Re: P-40 Allison engines

Oh yeah, there is nothing listed in the book as 1710 AM.
Sorry
I'm on a P-40 tear and want to add a Allison engine to one of my kits but
> am a bit unsure as to a few things. I have found 1/48 scale V-1710
> Allisons by CMK, Aires, and Engines and Things. I would like to stick to
> CMK or Aires as they seem to be better quality.
>
> According to various charts I've dug up on the web, neither Aire version
> (85, 89) is suitable for any P-40. The CMK's is listed everywhere as a
> V-1710 AM. Any thoughts on what version a "AM" is or if any of these
> engines by these two companies are close enough externally or modifiable
> to be suitable for a P-40D/E, K, M or N (meaning a Allison V-1710-39, -73,
> 81, 99, 115)?
>
> Thanks!
>
> Tom
Reply to
Harry Kolomyjec
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Didn't the Q's have Merlins like the F's?
Claus
"Mark Schynert" skrev i en meddelelse news: snipped-for-privacy@news02.west.earthlink.net...
XP-40Q had the -121.
Reply to
Claus Gustafsen
Nope! The Packard-Merlins were listed as V1650s. The Q's had V1710-121s like Mark reported earlier.
Reply to
Harry Kolomyjec
PSSST! Hey, Tom! Just pick one! None of your F1 pals would ever know the difference! ;^) -- C.R. Krieger (Me either ...)
Reply to
C.R. Krieger
Graham White's "Allied Aircraft Piston Engines of World War II" makes no mention of a V-1710-AM as far as I can tell.
All V-1710s had a numeric dash number, and most (but not all) also had an alphanumeric manufacturer's dash number also. The alphanumeric number was of the form of a single letter which was the series (e.g. C, E, F) then a number, and optionally another letter which in almost all cases was L or R to indicate rotation direction, but in one case was a C.
Several of the listings for the CMK engine seem to describe it as a V-1710 American aircraft engine. Perhaps that's what the AM stands for .
The V-1710-85/E19 was in the series which Bell used for the P-39. Precursors in this chain were the -83/E18, -63/E6, -35/E4, and 17/E2. The difference between these different engines seems to be confined to supercharger and/or propeller gear ratios, and boost controls. The first one the -17/E2 was used n the XP-39 and had a different distributor, and a different (or perhaps no) gun synchronizer.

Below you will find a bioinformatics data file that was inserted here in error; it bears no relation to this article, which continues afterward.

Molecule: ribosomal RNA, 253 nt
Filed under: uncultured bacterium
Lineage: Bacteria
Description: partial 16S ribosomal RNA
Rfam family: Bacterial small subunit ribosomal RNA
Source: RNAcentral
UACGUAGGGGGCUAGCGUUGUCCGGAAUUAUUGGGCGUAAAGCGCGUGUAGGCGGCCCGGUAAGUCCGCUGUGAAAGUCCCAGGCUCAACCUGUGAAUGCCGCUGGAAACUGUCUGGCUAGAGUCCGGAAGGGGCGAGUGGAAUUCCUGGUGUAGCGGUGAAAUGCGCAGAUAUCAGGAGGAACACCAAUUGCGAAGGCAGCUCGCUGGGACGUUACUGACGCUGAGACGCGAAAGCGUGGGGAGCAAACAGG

The V-1710-89/F17R, and it's companion V-1710-91/F17L were used in the Lockheed P-38H/J, F-5B/C/F and (in R form only) the XB-38. Precursors were the -75/F15R & -75/F15L, -51/F10R & -55/F10L, -49/F5R & -53/F5L, -27/F2R & -29/F2L. Of these the first three (last in the list above) had different carburetors.
The -39/F3R was used in the NAA F-61, Curtiss P-40D/E and XP-46, and NAA XP-51/P-51A, it was similar to the -27/F2R except for blower ratio.
The -73/F4R used on the XP-40K and P-40K was similar to the -39/F3R except for having no provisions for gun synchronizer drives, and higher takeoff ratings.
The -81/F20R used on the P-40M/N/R and P51-A was like the -73/F4R except for the supercharger gear ratio and it was equipped with automatic boost control.
The -99/F26R used on the P-40N was similar to the -81/F20R except for the engine regulator and automatic manifold pressure regulator.
The -115/F31R also used on the P-40N was similar to the -99/F26R except for a counterweighted crankshaft, a stronger accessory housing, wider gears and a different magneto and carburetor.
So between the Aires engines the -89 would be the better choice since it's an F series engine too.
Your guess is as good as mine as to what the CMK engine represents.
Reply to
Rick DeNatale
Dang, this thread makes me remember how sweet the old Unlimited Hydroplanes sounded as they raced on Lake Washington many years ago.
Harry Kolomyjec wrote:
Reply to
Grandpa
Amen. I used to watch the Silver Cup on the Detroit River. I remember the sound even more than the visuals. Even on the far turn, a couple of miles from where I would watch, the engine noise was still impressively loud!
Grandpa wrote:
Reply to
Don Stauffer
I have Daniel Whitney's book, Vees for Victory, about the 1710. A quick check finds no reference to an AM, but I will look more closely later.